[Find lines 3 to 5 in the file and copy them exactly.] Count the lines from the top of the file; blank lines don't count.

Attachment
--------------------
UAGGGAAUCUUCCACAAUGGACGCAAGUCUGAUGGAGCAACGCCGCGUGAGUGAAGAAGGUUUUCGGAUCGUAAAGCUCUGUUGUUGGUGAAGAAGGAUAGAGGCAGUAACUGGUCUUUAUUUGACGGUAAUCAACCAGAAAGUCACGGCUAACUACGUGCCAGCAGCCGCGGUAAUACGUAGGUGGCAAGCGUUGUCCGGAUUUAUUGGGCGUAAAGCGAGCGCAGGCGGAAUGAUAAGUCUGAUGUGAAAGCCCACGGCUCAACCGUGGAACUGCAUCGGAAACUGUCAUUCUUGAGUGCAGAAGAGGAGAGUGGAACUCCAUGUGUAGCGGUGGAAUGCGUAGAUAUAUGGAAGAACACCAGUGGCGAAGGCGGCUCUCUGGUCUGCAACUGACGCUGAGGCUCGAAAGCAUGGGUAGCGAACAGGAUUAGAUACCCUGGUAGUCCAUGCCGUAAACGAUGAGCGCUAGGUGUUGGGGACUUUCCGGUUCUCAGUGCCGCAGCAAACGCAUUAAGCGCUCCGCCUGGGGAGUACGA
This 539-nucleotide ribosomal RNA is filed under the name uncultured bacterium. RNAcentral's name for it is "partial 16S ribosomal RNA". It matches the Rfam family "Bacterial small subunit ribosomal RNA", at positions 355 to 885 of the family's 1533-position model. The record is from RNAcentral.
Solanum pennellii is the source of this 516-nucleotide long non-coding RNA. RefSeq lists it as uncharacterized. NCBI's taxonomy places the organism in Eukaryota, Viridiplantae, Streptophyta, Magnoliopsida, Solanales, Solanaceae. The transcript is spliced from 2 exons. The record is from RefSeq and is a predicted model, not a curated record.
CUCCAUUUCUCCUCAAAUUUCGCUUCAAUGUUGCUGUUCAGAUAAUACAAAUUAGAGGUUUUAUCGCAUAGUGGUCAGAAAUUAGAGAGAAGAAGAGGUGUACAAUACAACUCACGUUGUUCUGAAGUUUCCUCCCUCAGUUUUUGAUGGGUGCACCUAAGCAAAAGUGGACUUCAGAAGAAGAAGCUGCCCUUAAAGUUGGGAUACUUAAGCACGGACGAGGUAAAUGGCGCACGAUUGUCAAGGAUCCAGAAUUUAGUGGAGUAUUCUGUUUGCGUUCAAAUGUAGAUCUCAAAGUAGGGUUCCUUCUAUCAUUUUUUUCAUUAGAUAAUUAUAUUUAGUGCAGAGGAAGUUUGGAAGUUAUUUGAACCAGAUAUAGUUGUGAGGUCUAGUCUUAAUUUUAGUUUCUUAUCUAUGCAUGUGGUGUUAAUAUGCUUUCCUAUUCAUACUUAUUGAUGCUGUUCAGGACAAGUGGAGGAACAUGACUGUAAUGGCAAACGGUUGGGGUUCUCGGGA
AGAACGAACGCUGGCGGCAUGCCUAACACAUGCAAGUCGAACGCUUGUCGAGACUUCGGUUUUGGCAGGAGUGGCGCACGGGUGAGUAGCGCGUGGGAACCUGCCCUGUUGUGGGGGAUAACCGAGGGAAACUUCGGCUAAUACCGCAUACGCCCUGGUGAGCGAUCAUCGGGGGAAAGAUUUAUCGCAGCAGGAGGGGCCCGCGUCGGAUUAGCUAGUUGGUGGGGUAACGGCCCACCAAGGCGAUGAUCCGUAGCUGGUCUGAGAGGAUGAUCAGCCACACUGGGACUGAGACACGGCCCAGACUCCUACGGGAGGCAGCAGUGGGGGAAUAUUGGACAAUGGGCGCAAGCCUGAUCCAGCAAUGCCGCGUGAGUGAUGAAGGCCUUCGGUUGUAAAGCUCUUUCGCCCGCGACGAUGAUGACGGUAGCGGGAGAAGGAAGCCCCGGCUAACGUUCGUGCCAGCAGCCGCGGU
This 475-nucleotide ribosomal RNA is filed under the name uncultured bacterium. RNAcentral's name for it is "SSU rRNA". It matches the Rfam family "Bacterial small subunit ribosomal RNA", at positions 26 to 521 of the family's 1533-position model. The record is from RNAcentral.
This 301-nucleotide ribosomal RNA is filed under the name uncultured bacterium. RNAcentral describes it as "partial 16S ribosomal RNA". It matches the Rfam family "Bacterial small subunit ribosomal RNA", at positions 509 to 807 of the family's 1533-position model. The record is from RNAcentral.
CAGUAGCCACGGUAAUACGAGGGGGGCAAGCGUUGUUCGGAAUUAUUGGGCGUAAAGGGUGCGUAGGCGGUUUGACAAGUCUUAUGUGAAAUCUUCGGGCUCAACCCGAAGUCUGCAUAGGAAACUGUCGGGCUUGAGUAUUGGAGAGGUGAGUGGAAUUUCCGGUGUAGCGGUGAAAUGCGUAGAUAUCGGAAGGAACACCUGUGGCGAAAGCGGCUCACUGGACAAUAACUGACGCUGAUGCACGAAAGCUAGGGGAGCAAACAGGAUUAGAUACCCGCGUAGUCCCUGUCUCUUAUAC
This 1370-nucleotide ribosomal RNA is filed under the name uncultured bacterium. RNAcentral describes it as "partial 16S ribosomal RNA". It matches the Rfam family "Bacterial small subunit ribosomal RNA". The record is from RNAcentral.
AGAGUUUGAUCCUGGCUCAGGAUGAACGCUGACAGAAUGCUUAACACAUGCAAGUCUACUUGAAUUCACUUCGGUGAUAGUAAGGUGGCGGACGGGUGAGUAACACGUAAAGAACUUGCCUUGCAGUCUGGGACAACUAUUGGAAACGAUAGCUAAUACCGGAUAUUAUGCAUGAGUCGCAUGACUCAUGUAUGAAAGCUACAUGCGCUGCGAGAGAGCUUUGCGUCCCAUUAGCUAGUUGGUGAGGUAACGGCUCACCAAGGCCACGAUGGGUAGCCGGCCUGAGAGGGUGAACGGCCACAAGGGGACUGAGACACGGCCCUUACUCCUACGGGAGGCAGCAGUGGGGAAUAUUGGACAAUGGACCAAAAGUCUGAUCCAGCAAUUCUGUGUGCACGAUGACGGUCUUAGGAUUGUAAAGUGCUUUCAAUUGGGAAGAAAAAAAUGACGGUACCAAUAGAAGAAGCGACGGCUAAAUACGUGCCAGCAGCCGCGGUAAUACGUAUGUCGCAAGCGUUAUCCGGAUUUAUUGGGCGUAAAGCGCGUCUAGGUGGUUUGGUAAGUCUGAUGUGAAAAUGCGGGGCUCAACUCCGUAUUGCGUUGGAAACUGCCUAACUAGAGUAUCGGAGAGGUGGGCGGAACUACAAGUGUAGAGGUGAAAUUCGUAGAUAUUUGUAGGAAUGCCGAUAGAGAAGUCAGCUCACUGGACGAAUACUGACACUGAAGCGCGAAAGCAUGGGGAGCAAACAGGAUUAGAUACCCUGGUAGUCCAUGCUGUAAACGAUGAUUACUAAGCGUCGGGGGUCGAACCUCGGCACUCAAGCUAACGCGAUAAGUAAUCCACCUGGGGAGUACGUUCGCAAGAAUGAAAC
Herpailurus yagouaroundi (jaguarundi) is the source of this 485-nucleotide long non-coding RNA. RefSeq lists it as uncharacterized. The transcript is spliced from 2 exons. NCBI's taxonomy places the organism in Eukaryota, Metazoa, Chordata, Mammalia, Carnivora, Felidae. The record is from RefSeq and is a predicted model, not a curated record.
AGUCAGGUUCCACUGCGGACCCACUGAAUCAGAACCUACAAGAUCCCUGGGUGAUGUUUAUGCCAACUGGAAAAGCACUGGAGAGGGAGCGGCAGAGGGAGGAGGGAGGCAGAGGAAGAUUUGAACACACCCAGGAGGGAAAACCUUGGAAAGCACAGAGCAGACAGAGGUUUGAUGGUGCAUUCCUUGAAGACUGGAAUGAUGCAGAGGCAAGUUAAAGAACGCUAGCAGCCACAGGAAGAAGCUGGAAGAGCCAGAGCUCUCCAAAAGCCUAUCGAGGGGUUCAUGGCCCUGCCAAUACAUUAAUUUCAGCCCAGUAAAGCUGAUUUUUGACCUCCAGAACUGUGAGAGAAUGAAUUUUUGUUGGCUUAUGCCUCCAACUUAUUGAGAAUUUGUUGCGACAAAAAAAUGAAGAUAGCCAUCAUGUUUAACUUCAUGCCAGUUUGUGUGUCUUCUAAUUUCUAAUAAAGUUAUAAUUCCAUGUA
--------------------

Solanum pennellii is the source of this 516-nucleotide long non-coding RNA. RefSeq lists it as uncharacterized. NCBI's taxonomy places the organism in Eukaryota, Viridiplantae, Streptophyta, Magnoliopsida, Solanales, Solanaceae. The transcript is spliced from 2 exons. The record is from RefSeq and is a predicted model, not a curated record.
CUCCAUUUCUCCUCAAAUUUCGCUUCAAUGUUGCUGUUCAGAUAAUACAAAUUAGAGGUUUUAUCGCAUAGUGGUCAGAAAUUAGAGAGAAGAAGAGGUGUACAAUACAACUCACGUUGUUCUGAAGUUUCCUCCCUCAGUUUUUGAUGGGUGCACCUAAGCAAAAGUGGACUUCAGAAGAAGAAGCUGCCCUUAAAGUUGGGAUACUUAAGCACGGACGAGGUAAAUGGCGCACGAUUGUCAAGGAUCCAGAAUUUAGUGGAGUAUUCUGUUUGCGUUCAAAUGUAGAUCUCAAAGUAGGGUUCCUUCUAUCAUUUUUUUCAUUAGAUAAUUAUAUUUAGUGCAGAGGAAGUUUGGAAGUUAUUUGAACCAGAUAUAGUUGUGAGGUCUAGUCUUAAUUUUAGUUUCUUAUCUAUGCAUGUGGUGUUAAUAUGCUUUCCUAUUCAUACUUAUUGAUGCUGUUCAGGACAAGUGGAGGAACAUGACUGUAAUGGCAAACGGUUGGGGUUCUCGGGA
AGAACGAACGCUGGCGGCAUGCCUAACACAUGCAAGUCGAACGCUUGUCGAGACUUCGGUUUUGGCAGGAGUGGCGCACGGGUGAGUAGCGCGUGGGAACCUGCCCUGUUGUGGGGGAUAACCGAGGGAAACUUCGGCUAAUACCGCAUACGCCCUGGUGAGCGAUCAUCGGGGGAAAGAUUUAUCGCAGCAGGAGGGGCCCGCGUCGGAUUAGCUAGUUGGUGGGGUAACGGCCCACCAAGGCGAUGAUCCGUAGCUGGUCUGAGAGGAUGAUCAGCCACACUGGGACUGAGACACGGCCCAGACUCCUACGGGAGGCAGCAGUGGGGGAAUAUUGGACAAUGGGCGCAAGCCUGAUCCAGCAAUGCCGCGUGAGUGAUGAAGGCCUUCGGUUGUAAAGCUCUUUCGCCCGCGACGAUGAUGACGGUAGCGGGAGAAGGAAGCCCCGGCUAACGUUCGUGCCAGCAGCCGCGGU